To answer that question, we first must examine the means available for modern day employees to voice their opinions and views.
Like it or not, social media vehicles such as Facebook, Twitter, YouTube and blogs arm employees with a platform and means to voice their thoughts, opinions and concerns in real-time across the information super highway. To add some depth and validity to this, let me share some key statistics on social media, gathered from a Socialnomics.com YouTube post:
- It took TV 13 years and Internet four years to reach 50 million users. Facebook added 100 million users in nine months.
- There are over 200 million active blogs.
- 54 percent of bloggers post content daily.
- 35 percent of bloggers and tweeters post their opinions about products and brands.
- 1.5 million pieces of content are shared on Facebook daily.
- 25 percent of search results for the world's top 20 brands are linked to user generated content.
Taking into account the unfortunate layoffs, employee dismissals, forced retirement and negative impact to employee morale the current recession has had on the workforce, how might the accessibility of such vast social networks factor into employee retribution?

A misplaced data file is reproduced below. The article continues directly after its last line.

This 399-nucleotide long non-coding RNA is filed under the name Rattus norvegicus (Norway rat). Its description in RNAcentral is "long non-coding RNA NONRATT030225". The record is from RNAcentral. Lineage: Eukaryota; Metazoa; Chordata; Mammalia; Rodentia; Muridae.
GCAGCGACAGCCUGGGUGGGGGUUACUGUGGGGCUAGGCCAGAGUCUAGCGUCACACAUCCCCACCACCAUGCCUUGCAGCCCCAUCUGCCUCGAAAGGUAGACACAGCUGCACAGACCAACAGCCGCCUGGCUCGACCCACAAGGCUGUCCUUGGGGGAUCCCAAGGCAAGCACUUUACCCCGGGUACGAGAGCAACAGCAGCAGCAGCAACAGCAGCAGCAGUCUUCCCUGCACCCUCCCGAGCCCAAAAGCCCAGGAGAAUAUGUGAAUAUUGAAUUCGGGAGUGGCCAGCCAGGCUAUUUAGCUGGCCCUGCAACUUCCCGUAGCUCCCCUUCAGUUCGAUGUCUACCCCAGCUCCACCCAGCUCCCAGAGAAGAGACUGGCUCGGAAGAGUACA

Let's consider the recent story coming out of Boston, where three Hyatt Hotels in the region laid off 100 housekeepers. While layoffs surely aren't unusual, especially in recent times, I'm sure the firestorm that erupted in the social media arena was anything but expected. Due to some questionable tactics deployed by Hyatt leading up to the layoffs, the story made its way into the social media channel, and within a day, numerous blog posts and online discussions were in progress, generating not only regional or national exposure, but global.
Because this medium presents instant, real-time exposure to the masses and is freely accessible from not only computers, but also Web-enabled cell phones, the only way to combat negative output is reactive at best. The damage done depends on when it's caught. As you might imagine, Hyatt immediately launched a campaign to counter the negatvity aimed at its brand. However, the damage had been done.
So, should organizations proactively monitor the social media channels in order to protect their brand and reputation? There is evidence that they already are. You may have heard the stories about people getting fired for commenting that their job is boring, ridiculing their boss, or speaking negatively about their organization. There is even a story about a person being fired for claiming to be too sick to use a computer, but then making posts on Facebook.
With all this said, I return to my original questions: How big is the impact of social media on your employment brand?
The answer? HUGE.
As the aforementioned YouTube video so candidly asks, "Do you care what people are saying about your brand" in social media?